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Spicy Zest has expanded in a big way.EXPAND
Spicy Zest has expanded in a big way.
Brian Reinhart

North Texas’ Only Sri Lankan Restaurant Moves to a Bigger Space With a Bar

Dallas’ only Sri Lankan restaurant began its year in a tiny space. Guests bumped elbows at the buffet table; visiting the bathroom required making a detour around the kitchen.

So when coronavirus made it necessary for diners to keep their distance, SpicyZest Sri Lankan Fusion closed its doors.

Now owner Nimidu Senaratne has found an unlikely and inspiring solution to his problem: moving to a much bigger space, a corner unit just down the strip mall with a bar and large open kitchen.

“We completely closed down on March 20, I believe, and then we were closed for almost a month,” Senaratne says. After that, SpicyZest turned to a stopgap measure: on just one day each week, staff cooked takeout orders, paid for with contactless money transfers and served curbside. As word about the service got around, SpicyZest expanded to, ultimately, five days of curbside food.

But Friday, Aug. 21, the grand opening of the new restaurant, was SpicyZest’s first day of dine-in seating in five months.

The new space, which was formerly occupied by a neighborhood bar called Michael’s, is significantly larger, with a full bar built in and enough space for SpicyZest’s owners to create a small Sri Lankan grocery store with spices, pickle relishes and grains. Grocery items are flown in directly across the globe; many can’t be found anywhere else in town.

Senaratne is excited, too, because a larger kitchen means he can add menu items and serve larger portions of the traditional Sri Lankan dishes, pastries and fusion items — including a burger and “spicy pancake bomb” — that have propelled SpicyZest to spots on the Observer’s last two Top 100 Restaurants list.

“This was in our mind for a long time,” Senaratne says. “We were looking for places for over a year.”

The property search led SpicyZest’s team to sites as distant as Las Colinas and McKinney, though ultimately the restaurant only moved about 150 feet. When Michael’s closed mid-pandemic, SpicyZest’s landlord — who was already allowing the restaurant to defer rent payments — suggested the move.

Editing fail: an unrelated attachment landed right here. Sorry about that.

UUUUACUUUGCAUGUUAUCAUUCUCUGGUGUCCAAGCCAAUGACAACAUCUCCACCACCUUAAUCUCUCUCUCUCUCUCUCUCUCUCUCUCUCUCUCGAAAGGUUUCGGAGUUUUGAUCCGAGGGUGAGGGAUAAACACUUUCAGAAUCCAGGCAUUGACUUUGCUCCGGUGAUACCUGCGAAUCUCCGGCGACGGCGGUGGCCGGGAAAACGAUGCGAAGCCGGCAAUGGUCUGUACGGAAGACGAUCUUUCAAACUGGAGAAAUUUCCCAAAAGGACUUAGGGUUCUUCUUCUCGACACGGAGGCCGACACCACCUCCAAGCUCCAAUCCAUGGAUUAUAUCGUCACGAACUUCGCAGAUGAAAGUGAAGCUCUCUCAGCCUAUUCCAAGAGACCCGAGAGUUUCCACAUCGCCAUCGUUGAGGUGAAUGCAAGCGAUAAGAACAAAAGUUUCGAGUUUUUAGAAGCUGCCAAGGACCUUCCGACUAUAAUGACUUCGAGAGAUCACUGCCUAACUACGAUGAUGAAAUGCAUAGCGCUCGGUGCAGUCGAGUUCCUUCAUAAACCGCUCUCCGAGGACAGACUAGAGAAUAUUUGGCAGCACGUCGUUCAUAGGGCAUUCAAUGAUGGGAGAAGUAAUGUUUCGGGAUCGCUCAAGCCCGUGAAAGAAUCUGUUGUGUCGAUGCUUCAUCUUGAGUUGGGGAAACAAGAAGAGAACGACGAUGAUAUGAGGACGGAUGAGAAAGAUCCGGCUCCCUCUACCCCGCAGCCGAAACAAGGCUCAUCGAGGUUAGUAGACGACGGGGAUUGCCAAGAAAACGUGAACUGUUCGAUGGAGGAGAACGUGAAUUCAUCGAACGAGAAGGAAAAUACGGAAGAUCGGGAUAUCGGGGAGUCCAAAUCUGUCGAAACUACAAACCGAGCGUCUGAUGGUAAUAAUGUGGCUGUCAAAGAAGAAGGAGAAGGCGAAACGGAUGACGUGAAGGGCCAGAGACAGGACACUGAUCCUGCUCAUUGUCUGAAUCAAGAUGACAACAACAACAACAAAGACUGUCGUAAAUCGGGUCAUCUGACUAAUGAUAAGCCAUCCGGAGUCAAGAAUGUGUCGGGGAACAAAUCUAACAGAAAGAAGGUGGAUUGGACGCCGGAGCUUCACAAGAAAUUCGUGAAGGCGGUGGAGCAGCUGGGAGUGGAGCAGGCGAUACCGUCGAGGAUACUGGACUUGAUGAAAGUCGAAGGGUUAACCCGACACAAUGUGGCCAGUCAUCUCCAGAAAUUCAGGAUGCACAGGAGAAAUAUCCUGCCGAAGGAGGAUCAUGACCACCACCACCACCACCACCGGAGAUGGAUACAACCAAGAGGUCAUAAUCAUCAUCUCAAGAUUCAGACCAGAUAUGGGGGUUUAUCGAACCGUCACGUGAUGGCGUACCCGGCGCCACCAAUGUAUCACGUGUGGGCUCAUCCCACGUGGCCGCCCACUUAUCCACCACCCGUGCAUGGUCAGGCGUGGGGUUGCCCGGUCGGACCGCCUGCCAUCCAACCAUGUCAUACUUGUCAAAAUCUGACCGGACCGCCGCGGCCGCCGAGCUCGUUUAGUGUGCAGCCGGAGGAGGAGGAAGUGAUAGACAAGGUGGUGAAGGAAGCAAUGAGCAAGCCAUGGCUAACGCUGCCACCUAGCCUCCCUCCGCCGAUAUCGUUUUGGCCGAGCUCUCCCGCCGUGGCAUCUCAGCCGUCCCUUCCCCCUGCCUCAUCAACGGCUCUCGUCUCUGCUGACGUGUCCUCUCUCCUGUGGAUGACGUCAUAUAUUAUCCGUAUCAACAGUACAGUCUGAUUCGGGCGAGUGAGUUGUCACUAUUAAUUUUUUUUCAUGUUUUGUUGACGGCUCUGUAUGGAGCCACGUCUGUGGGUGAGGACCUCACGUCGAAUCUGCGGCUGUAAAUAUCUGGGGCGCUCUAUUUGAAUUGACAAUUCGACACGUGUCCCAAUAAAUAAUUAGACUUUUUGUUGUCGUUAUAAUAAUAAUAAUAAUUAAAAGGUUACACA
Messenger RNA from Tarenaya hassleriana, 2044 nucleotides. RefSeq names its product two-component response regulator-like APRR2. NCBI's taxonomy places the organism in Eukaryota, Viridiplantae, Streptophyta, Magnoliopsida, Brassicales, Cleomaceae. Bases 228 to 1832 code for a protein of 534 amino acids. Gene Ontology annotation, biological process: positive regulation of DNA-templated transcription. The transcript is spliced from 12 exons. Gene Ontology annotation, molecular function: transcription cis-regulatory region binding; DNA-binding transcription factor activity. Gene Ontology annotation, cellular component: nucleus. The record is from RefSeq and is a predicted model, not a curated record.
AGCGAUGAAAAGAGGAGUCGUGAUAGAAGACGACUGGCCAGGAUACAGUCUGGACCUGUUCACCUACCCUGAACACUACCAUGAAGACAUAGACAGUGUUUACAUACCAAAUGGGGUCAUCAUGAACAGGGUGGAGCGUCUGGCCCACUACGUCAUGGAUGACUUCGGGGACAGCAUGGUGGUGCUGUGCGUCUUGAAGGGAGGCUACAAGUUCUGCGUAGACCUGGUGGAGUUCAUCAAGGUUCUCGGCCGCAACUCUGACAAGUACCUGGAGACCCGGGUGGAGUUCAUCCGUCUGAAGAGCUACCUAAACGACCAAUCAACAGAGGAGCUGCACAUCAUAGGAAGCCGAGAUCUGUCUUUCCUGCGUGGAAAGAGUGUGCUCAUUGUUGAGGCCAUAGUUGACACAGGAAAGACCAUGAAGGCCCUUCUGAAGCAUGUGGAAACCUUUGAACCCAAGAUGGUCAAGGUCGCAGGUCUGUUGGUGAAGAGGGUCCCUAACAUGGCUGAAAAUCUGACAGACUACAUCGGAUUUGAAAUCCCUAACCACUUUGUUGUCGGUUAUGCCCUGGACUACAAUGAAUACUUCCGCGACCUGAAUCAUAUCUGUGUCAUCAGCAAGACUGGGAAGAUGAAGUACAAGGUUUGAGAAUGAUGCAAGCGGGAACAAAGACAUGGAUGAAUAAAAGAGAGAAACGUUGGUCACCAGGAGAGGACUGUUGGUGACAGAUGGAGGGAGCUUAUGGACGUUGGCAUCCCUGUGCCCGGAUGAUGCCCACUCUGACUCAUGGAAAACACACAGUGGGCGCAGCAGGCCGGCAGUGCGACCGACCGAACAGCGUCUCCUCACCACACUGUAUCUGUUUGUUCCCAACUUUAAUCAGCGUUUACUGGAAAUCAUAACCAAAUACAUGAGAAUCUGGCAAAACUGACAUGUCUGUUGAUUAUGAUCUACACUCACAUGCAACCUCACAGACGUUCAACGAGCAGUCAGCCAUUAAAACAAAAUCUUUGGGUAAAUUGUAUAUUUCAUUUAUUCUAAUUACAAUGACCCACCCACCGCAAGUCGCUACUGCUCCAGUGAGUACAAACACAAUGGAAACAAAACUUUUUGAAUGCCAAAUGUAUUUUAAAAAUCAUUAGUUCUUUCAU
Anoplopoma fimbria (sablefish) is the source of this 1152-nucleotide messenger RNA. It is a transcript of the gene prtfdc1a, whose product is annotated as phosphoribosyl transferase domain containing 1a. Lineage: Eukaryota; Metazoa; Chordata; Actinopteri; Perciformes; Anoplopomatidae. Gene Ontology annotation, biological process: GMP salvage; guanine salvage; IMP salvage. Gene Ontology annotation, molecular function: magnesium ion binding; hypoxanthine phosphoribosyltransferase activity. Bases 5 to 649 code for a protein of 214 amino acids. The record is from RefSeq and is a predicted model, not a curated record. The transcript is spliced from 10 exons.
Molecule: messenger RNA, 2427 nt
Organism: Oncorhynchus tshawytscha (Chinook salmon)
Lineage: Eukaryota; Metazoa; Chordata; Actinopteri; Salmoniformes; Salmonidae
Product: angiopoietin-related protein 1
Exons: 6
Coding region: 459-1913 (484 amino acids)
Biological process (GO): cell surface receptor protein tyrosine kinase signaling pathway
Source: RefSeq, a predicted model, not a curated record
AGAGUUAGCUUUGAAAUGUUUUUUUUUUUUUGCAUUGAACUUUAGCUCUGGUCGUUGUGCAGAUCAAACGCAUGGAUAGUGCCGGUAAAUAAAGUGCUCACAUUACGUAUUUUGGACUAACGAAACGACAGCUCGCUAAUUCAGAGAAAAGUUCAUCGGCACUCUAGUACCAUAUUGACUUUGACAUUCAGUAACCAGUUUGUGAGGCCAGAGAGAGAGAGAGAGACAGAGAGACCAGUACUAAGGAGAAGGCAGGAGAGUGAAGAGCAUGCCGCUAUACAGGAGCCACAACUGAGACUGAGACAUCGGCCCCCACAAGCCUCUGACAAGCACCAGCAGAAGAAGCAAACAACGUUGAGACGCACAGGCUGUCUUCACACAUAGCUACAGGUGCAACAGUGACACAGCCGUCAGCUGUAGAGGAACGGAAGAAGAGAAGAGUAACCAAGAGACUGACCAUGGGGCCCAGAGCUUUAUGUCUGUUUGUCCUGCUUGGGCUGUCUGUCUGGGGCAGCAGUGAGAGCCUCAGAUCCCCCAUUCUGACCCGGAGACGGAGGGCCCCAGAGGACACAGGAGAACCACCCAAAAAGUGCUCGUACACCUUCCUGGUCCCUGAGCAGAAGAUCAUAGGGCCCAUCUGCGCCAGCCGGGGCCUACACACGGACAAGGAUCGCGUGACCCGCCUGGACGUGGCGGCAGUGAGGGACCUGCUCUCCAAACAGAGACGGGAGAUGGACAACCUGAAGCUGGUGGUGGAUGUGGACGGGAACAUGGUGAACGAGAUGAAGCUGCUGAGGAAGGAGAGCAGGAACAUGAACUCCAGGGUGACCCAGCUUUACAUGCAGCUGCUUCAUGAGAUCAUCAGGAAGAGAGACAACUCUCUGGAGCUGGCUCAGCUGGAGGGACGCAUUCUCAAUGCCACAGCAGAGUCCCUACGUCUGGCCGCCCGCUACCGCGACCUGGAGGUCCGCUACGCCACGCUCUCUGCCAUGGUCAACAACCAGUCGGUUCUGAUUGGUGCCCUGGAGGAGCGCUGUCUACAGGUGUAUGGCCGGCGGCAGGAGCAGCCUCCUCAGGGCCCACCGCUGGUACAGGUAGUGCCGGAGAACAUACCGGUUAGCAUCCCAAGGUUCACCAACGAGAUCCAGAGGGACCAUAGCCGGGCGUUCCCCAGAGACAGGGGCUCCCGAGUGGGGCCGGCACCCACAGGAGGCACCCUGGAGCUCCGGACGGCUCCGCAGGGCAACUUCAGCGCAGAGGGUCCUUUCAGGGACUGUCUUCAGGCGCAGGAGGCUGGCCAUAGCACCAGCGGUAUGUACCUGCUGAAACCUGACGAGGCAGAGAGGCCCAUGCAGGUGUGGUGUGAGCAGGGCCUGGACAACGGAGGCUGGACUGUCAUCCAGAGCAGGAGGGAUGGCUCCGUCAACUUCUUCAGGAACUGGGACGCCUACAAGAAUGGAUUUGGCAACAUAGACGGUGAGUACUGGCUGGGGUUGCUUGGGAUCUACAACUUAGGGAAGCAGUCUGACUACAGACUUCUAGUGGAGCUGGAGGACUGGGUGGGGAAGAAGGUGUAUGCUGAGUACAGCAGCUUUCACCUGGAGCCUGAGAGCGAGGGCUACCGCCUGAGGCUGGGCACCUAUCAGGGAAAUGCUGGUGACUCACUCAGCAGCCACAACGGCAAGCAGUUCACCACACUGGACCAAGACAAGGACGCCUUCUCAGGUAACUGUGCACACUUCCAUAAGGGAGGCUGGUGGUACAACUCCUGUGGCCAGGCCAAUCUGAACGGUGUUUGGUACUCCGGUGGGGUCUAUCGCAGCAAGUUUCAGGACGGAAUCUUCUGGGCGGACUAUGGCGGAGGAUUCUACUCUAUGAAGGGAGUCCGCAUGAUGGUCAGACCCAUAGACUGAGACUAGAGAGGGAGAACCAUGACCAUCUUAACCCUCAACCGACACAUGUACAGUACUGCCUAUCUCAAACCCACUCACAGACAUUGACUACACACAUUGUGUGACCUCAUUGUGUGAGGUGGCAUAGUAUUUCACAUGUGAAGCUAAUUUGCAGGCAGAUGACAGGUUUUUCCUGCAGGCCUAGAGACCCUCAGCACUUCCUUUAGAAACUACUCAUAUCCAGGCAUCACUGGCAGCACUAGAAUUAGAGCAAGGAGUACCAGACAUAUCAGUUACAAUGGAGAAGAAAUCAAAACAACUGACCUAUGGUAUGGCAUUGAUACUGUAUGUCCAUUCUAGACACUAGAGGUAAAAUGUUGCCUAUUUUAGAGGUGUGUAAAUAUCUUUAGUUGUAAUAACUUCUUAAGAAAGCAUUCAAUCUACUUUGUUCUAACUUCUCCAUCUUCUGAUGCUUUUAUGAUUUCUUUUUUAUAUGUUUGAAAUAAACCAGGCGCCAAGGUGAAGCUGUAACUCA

Mutton kottu at SpicyZestEXPAND
Mutton kottu at SpicyZest
Brian Reinhart

Senaratne is excited about the new space, and his plans for it are so comprehensive that they amount to an unofficial Sri Lankan community center.

“We did not have a bar, so we have it now,” he says, listing new points of pride. “We did not have enough seating capacity — now we have it. We did not have a showoff kitchen. Now I tell everybody we are cooking everything fresh, and they can come over and see it.”

The buffet may return after the pandemic is under control, but for now SpicyZest is focusing on filling out its as-yet-unequipped bar. Senaratne hopes to serve Sri Lankan lager and arrack, which is distilled from the sap of coconut flowers. He also plans to create two or three cocktails with Sri Lankan flavors and spices.

On Friday and Saturday nights, SpicyZest will feature live music, something it couldn’t have done in the old space, where a stage could have swallowed up half the dining room. The current plan is for Saturday programming to be more traditional and family-oriented, and Fridays to be a chance to let loose.

“We did all those improvements during the pandemic without wasting time,” Senaratne says, expressing his gratitude both for his landlord and for the loyal customers who made weekly visits for takeout. “Luckily we were able to manage the bad time and survive and make things happen. The dream comes true.”

SpicyZest Sri Lankan Fusion, 13920 Josey Lane, No. 100, Farmers Branch.

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